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     Volume 5 Issue 106 | August 4, 2006|

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View from the Bottom

Modern Art was never my Cup of Tea

Shahnoor Wahid

I could never understand modern art, no matter how best I tried to act like a connoisseur standing before an abstract painting uttering in low tone...ummm...ah!...hmmmm....! and so on. I always proved to be a bad actor because every time I did that umm and hmmm the painter appeared from nowhere and gave me angry looks. I would look around and find myself standing too close to the painting thereby blocking the view for other visitors at the gallery. Sometimes I made them angry by asking wayward questions about the theme of the abstract painting.

I can't help it. Every painting looks the same to me and I get confused trying to fathom the intrinsic meaning of the splashes of colours, strange brush strokes and weird lines in those paintings. Some of them look downright scary, reminding me of things I see in my sleep. No wonder Pablo Picasso's wife had to say this while commenting on her husband's abstract sketches of women: "If my husband would ever meet a woman on the street who looked like the women in his paintings, he would fall over in a dead faint."

Years back I tried to impress people by writing art reviews in The Morning Sun. I began to attend art exhibitions and read a bit about art and biography of famous artists. The more I read about modern art, impressionism, cubism, dadaism and all that stuff, the more confused I became. But I kept my ignorance to myself. I continued to write art reviews and thankfully no one read it. But it happened one day. Someone read it and I almost lost my job!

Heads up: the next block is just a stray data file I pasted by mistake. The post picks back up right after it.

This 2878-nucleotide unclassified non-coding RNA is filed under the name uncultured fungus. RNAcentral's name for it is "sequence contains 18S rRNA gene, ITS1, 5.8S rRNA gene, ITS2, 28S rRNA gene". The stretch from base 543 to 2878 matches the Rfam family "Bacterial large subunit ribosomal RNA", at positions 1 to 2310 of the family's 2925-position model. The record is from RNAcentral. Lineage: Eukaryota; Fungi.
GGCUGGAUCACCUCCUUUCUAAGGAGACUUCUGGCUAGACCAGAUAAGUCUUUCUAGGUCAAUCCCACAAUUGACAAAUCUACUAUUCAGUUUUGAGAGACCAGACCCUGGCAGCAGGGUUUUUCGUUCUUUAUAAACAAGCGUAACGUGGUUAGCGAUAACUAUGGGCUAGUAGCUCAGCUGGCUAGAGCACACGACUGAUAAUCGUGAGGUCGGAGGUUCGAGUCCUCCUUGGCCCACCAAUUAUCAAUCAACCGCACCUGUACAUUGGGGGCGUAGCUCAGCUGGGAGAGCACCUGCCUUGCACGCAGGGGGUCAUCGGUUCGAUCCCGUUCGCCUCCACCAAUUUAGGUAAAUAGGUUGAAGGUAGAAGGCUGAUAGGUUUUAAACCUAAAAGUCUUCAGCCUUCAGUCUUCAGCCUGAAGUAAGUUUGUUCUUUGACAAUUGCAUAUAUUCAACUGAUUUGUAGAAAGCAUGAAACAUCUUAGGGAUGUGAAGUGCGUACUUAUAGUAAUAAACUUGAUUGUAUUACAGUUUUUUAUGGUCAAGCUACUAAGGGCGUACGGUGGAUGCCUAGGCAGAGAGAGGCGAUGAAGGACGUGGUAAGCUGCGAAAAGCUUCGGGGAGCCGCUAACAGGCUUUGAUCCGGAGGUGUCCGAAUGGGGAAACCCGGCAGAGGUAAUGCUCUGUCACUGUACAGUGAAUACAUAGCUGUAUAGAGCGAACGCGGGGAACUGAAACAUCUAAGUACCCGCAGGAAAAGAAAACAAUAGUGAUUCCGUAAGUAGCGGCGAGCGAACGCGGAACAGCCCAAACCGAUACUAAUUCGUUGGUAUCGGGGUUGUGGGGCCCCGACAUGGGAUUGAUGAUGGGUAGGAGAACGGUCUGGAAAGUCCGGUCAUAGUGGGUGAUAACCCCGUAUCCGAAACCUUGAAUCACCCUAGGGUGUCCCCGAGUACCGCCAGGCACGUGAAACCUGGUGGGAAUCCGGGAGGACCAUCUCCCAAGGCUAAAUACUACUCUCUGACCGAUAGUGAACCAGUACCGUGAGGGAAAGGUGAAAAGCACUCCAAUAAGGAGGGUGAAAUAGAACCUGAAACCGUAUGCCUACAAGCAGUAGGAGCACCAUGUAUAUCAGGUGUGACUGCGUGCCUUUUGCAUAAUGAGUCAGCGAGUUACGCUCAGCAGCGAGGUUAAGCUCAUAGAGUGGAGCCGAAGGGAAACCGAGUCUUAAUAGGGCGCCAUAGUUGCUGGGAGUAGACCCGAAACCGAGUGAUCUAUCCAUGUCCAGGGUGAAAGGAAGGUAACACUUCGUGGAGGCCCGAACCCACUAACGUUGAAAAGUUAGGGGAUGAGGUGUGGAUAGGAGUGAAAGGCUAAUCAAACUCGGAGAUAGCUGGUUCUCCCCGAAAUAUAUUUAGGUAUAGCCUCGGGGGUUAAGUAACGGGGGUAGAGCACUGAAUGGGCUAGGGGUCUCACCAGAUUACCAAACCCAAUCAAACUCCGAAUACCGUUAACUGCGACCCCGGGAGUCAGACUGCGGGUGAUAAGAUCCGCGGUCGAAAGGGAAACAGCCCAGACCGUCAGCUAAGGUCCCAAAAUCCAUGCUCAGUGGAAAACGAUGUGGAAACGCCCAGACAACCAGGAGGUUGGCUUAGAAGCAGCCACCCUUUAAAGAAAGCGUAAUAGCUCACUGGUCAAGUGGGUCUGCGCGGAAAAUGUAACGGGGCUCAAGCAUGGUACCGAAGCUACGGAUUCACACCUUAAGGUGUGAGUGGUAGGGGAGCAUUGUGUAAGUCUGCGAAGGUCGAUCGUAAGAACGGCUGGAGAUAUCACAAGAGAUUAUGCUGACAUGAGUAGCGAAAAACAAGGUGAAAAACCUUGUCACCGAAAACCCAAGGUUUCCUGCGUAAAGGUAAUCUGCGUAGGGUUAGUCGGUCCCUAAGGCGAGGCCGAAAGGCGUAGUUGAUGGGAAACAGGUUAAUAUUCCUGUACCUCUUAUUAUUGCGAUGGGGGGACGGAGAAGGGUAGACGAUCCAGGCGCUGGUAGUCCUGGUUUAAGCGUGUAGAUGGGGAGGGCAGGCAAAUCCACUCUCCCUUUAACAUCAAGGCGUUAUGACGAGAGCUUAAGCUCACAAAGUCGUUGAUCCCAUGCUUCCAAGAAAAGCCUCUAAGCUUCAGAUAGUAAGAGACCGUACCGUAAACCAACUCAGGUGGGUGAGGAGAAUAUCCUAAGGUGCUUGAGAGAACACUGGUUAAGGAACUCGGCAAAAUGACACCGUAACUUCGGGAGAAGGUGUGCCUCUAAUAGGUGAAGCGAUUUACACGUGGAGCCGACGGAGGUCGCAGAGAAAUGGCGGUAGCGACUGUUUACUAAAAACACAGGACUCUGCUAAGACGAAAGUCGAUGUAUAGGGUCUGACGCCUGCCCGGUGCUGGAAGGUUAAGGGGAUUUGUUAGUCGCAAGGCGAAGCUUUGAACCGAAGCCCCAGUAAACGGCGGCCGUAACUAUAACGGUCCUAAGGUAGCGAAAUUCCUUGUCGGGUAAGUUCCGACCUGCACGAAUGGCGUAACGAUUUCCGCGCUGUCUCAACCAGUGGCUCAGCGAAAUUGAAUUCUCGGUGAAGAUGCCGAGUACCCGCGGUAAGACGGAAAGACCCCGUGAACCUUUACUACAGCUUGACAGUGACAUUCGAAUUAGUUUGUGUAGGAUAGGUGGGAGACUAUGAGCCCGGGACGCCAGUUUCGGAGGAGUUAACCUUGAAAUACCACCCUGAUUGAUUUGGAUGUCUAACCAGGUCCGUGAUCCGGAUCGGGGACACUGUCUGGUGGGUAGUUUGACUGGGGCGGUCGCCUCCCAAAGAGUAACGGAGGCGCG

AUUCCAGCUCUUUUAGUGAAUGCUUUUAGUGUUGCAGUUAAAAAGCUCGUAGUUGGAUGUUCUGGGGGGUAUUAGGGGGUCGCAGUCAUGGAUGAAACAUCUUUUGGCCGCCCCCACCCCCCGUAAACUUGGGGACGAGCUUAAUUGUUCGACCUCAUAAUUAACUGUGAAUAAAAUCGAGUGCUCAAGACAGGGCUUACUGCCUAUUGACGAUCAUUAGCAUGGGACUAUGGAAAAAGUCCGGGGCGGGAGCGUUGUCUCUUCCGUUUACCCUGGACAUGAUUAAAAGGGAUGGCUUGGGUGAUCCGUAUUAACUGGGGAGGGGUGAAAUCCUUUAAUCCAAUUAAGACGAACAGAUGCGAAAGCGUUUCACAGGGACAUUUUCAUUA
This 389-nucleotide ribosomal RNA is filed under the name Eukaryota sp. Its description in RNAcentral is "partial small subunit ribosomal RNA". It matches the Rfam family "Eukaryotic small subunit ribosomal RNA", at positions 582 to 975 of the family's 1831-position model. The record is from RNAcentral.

Painting by Picasso

What happened was I went to this painting exhibition of renowned artist Md. Jahangir at his Mohammadpur residence. It was in the early nineties. I mingled with the crowd and stood before each and every painting hung on the wall. I put on an expression of a great critique of modern painting. I took notes. I shook my head. I frowned unnecessarily. I smiled. The artist was greatly impressed by my acting. He came forward to shake my skinny hand. He began to ask me questions about modern art. I began to sweat. He asked me more questions. I began to sweat profusely this time. I choked on a half eaten biscuit. I begged leave of him and ran out.

But misfortune never comes alone. Two days later, I bumped on to none other than noted art critique of the country Sadeq Khan at a party. He looked at me. He smiled at me. Then he told me that I totally made a mess of what the paintings of artist Jahangir were all about. He then briefed me on expressionism and impressionism and many other aspects of modern art. The more he talked the more I shrunk. Finally I began to feel like a mouse before a huge cat. I do not mean Sadeq bhai looked like a cat. He is a far too good-looking a man. But one can well imagine my predicament standing before such a personality. From that day on I stopped writing art reviews and tried to follow the advice of great artist Paul Cezanne, " Don't be an art critic, but paint, there lies salvation."

So, I bought canvas and paints and brush and began to paint. Paints and oil and cotton were all over the floor and my bed. Before the month could finish my mother threw me out of the house. That put a quick end to my painting endeavours.

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